1. How does Ms. Sinclair reinforce desired behaviors through positive feedback? 

Ms. Sinclair uses lots of praise and positive comments to point out desired behaviors in her classroom. What's interesting is she uses very few negative comments, and instead points out instances of appropriate behavior. This allows lots of positive interactions with the students and creates a positive classroom environment. 

  1. What strategies does Ms. Sinclair use to consistently communicate expectations to her students?

Ms. Sinclair has a clear set of expectations and procedures that she follows each day so that students never have to guess about should happen. She spent the first 20 days to teach procedures to minimize distractions and time wasting the rest of the school year. She created a contract with her class based on their suggestions for appropriate behavior. Finally, she provides lots of positive feedback to reinforce the positive behavior in her classroom.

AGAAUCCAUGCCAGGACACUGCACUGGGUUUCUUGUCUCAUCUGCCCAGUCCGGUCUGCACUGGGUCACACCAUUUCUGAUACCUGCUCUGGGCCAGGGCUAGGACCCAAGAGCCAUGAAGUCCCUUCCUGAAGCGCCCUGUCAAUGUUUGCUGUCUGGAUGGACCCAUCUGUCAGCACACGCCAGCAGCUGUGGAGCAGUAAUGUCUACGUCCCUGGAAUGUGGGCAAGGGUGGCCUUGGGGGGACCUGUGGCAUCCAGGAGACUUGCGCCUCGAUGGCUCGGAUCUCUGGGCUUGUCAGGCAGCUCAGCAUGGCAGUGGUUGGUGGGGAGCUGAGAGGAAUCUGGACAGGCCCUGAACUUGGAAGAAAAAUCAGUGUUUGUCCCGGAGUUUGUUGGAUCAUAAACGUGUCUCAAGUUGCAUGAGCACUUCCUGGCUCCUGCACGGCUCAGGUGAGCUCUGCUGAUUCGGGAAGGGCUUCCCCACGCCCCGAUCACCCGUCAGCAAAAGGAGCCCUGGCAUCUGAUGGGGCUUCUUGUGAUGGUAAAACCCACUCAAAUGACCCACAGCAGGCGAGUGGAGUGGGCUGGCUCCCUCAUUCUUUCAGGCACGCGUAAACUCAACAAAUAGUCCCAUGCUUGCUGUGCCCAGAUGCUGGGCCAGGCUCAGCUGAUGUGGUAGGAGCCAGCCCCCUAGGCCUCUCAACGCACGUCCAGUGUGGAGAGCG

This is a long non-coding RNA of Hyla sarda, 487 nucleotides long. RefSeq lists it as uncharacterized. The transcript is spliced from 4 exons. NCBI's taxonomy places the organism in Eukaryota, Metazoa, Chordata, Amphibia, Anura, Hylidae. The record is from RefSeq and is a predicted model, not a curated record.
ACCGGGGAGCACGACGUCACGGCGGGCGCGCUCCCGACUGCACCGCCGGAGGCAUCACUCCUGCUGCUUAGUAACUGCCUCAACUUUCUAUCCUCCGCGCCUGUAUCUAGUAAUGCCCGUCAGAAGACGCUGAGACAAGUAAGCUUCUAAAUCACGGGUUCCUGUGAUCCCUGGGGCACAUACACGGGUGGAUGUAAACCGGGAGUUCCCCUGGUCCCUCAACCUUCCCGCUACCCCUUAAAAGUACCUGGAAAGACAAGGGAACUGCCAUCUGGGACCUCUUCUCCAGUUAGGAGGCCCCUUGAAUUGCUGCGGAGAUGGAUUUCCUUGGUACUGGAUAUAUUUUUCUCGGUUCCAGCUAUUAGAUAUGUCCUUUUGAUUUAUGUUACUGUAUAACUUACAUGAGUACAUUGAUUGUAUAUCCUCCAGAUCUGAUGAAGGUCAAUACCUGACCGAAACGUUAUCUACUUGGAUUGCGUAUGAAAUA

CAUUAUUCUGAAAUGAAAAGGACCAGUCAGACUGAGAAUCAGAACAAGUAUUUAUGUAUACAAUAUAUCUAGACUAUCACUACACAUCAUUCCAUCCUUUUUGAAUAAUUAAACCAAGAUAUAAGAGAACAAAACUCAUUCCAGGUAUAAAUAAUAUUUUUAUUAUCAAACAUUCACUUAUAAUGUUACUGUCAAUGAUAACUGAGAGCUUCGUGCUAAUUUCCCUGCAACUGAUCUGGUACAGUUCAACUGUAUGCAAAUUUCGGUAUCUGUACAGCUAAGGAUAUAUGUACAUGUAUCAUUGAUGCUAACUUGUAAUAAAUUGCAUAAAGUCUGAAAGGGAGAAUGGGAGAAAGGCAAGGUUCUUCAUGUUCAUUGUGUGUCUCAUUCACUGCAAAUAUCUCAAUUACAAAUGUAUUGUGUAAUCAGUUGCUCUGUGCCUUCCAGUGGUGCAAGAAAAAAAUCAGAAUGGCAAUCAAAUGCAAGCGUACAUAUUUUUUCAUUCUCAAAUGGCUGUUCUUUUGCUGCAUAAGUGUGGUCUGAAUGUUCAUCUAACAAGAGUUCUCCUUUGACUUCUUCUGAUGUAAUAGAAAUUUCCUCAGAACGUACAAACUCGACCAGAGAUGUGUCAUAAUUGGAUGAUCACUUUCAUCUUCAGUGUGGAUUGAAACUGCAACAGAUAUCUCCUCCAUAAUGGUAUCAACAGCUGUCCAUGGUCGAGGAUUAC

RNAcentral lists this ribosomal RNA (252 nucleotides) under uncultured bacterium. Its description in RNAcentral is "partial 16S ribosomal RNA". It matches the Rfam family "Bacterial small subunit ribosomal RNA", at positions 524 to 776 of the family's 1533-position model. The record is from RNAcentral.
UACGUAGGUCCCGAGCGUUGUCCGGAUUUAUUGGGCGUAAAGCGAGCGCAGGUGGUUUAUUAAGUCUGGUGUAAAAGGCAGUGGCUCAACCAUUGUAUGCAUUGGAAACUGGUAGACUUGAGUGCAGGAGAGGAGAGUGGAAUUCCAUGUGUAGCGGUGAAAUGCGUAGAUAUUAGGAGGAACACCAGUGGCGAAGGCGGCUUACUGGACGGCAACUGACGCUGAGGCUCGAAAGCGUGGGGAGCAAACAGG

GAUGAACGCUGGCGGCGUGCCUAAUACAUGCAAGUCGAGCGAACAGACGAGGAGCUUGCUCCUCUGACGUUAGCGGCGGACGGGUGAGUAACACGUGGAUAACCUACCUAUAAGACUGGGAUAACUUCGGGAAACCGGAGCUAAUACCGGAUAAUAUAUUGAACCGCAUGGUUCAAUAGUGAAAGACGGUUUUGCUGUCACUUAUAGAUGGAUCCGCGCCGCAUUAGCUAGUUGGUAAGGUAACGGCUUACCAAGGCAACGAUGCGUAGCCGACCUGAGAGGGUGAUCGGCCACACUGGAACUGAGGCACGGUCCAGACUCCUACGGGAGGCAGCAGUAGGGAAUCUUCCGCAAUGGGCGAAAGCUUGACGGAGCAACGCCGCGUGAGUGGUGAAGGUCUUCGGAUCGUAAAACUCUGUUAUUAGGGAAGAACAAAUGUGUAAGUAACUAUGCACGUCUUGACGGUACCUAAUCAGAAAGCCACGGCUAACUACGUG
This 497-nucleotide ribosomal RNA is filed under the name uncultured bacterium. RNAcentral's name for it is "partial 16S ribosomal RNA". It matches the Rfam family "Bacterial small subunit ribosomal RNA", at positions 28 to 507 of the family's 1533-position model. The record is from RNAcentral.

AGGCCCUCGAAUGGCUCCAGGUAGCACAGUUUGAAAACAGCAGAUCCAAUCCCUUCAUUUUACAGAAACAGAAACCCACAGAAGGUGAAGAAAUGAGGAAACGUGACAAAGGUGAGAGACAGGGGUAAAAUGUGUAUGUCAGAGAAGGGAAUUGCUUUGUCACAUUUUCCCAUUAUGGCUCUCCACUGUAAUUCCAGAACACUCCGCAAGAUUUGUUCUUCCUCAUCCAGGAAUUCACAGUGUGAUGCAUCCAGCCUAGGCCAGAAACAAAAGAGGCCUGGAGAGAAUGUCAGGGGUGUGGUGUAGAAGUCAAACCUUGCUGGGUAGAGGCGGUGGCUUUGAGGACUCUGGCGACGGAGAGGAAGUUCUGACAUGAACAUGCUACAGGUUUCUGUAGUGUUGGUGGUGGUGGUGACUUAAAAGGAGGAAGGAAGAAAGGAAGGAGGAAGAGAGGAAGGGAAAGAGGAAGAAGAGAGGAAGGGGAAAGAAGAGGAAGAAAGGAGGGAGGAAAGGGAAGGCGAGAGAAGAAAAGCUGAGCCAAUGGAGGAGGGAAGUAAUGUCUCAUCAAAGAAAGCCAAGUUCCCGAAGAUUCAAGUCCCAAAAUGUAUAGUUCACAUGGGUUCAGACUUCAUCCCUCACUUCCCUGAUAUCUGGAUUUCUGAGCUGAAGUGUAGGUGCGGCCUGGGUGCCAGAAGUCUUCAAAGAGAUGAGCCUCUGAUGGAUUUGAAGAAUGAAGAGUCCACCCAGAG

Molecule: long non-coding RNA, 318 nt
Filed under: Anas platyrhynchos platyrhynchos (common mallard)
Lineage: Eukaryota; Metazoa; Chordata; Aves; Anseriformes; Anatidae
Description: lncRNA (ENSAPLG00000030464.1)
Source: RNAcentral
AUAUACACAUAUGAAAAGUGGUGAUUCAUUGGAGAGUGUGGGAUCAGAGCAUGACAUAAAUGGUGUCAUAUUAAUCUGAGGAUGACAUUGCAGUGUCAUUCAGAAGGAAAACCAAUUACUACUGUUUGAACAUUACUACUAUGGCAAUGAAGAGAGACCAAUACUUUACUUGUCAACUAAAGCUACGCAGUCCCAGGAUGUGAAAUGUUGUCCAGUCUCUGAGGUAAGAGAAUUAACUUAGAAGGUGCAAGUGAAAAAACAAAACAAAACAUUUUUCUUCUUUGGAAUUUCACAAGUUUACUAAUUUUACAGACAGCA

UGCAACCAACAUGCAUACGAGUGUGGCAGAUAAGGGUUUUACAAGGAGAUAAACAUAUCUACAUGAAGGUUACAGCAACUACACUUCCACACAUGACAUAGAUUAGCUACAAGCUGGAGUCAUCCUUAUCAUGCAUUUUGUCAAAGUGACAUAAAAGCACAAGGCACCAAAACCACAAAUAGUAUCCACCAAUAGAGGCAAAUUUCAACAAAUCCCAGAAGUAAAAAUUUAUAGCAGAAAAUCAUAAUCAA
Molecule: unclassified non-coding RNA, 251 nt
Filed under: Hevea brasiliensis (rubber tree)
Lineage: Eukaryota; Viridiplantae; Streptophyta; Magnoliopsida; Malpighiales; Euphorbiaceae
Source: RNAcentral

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  • Private message to Nancy Juarez
  1. How does the 1 to 5 rating system encourage self-reflection and provide important feedback?

I’m more than certain the rating system is important for students to express their thoughts and feelings just as adults do. This gives them time to talk about their concerns and/or excitements. Encouragement of self-reflection is a form of support that can help minimize distractions during class it also helps them feel comfortable and safe. Ms. Sinclair’s morning circle time allows her to gauge how to instruct and talk to the student that day.